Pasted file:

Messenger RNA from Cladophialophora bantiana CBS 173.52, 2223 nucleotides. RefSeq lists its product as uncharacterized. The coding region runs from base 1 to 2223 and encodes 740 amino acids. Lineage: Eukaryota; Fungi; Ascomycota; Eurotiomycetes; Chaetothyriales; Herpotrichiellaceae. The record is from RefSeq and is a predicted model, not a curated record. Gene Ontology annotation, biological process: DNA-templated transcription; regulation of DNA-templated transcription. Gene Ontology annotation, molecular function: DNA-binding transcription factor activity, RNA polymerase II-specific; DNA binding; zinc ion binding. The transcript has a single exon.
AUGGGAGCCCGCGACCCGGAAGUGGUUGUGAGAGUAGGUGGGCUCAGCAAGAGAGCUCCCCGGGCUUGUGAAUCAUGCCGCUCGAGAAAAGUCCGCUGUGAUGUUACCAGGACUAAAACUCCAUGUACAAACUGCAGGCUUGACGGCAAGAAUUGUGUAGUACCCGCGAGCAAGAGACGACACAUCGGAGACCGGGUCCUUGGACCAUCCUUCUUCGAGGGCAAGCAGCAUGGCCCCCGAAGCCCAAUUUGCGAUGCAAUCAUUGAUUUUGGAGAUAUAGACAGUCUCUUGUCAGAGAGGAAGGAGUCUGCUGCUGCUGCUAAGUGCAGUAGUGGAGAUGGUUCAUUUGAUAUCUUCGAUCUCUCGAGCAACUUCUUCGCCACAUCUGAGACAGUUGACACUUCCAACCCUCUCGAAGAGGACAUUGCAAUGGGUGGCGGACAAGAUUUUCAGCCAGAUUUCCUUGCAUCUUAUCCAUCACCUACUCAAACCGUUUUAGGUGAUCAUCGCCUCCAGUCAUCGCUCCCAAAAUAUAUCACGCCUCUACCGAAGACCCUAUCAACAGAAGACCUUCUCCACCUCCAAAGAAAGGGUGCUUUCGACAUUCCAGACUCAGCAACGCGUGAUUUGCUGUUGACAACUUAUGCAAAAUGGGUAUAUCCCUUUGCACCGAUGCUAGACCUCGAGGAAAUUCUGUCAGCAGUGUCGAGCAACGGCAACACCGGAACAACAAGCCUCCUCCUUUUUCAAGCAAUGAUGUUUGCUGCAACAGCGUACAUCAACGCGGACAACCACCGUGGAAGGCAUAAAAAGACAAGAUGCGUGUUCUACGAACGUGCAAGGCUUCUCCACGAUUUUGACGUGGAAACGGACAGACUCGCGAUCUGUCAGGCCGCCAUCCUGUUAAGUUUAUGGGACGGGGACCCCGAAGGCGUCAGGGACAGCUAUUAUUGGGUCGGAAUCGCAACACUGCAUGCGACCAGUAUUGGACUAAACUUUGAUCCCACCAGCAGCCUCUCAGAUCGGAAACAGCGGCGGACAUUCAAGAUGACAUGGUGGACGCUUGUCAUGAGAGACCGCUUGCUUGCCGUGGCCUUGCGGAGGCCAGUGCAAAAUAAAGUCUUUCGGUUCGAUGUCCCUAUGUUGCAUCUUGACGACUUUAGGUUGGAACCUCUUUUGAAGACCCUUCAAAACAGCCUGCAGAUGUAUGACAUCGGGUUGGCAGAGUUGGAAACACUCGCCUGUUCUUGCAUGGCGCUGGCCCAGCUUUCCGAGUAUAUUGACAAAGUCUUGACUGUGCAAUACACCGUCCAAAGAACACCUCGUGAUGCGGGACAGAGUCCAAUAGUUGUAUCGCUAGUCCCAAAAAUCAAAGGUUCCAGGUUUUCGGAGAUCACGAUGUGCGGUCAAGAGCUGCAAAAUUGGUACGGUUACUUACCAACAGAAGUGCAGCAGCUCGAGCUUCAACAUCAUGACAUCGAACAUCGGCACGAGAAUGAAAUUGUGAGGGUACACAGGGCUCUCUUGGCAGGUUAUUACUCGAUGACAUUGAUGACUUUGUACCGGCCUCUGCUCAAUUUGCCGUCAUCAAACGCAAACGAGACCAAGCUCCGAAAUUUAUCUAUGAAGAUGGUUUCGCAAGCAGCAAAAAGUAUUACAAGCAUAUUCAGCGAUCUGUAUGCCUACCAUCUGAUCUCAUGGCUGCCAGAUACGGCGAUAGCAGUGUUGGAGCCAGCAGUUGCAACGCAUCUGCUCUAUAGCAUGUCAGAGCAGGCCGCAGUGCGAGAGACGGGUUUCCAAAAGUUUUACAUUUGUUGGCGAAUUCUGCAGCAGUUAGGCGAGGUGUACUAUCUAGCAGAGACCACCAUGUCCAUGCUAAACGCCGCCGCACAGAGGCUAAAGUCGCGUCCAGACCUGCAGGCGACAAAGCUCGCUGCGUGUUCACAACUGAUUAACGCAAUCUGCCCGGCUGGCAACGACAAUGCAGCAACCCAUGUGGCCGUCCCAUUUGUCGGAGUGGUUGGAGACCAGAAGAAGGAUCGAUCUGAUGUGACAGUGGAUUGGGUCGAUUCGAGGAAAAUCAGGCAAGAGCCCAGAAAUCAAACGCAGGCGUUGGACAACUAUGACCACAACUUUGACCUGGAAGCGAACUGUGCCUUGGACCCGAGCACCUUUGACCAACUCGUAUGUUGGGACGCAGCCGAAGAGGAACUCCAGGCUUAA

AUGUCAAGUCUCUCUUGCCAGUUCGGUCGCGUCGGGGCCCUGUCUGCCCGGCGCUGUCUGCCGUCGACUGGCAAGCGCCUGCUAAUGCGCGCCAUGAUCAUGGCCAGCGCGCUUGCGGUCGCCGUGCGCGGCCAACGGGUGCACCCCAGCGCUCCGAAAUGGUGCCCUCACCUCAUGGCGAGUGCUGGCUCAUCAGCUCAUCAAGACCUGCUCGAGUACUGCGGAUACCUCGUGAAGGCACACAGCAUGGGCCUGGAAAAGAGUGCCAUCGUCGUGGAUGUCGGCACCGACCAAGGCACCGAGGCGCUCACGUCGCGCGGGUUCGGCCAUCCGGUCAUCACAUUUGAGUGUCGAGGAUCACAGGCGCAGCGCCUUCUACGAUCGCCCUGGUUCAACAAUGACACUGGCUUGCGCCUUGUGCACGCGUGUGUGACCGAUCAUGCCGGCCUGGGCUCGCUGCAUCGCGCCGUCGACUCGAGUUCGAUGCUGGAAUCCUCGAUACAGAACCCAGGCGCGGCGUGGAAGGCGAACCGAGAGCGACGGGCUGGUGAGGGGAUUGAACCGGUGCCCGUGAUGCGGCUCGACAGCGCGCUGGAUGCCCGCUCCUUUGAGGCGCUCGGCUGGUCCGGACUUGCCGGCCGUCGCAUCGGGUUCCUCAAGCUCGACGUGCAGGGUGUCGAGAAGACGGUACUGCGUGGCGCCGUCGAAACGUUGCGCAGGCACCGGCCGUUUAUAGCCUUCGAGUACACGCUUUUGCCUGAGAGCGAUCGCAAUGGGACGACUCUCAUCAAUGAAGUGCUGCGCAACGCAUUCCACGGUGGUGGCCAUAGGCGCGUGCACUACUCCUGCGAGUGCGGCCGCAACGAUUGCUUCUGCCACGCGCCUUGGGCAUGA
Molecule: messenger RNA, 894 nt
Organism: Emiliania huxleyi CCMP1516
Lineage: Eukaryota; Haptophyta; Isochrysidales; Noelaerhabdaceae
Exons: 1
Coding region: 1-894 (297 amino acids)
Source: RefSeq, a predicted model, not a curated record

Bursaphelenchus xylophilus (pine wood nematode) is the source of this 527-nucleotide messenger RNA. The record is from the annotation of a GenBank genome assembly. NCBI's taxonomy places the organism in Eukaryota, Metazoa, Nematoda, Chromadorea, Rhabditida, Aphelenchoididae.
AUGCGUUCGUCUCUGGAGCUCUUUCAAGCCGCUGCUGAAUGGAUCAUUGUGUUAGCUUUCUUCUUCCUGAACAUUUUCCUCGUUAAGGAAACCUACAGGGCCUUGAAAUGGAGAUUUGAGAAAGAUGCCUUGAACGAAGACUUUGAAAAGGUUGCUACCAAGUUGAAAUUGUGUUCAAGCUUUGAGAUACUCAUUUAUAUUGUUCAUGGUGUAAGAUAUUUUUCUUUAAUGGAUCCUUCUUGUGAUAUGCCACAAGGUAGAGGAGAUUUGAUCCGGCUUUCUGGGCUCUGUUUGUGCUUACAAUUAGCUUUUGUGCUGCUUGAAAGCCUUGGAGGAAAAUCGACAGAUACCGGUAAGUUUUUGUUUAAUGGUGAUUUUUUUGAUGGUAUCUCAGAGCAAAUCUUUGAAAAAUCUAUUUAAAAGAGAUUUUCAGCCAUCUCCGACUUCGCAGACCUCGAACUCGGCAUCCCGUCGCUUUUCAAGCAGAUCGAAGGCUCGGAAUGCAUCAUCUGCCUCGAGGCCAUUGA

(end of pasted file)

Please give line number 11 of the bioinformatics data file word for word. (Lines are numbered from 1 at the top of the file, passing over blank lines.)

AUGCGUUCGUCUCUGGAGCUCUUUCAAGCCGCUGCUGAAUGGAUCAUUGUGUUAGCUUUCUUCUUCCUGAACAUUUUCCUCGUUAAGGAAACCUACAGGGCCUUGAAAUGGAGAUUUGAGAAAGAUGCCUUGAACGAAGACUUUGAAAAGGUUGCUACCAAGUUGAAAUUGUGUUCAAGCUUUGAGAUACUCAUUUAUAUUGUUCAUGGUGUAAGAUAUUUUUCUUUAAUGGAUCCUUCUUGUGAUAUGCCACAAGGUAGAGGAGAUUUGAUCCGGCUUUCUGGGCUCUGUUUGUGCUUACAAUUAGCUUUUGUGCUGCUUGAAAGCCUUGGAGGAAAAUCGACAGAUACCGGUAAGUUUUUGUUUAAUGGUGAUUUUUUUGAUGGUAUCUCAGAGCAAAUCUUUGAAAAAUCUAUUUAAAAGAGAUUUUCAGCCAUCUCCGACUUCGCAGACCUCGAACUCGGCAUCCCGUCGCUUUUCAAGCAGAUCGAAGGCUCGGAAUGCAUCAUCUGCCUCGAGGCCAUUGA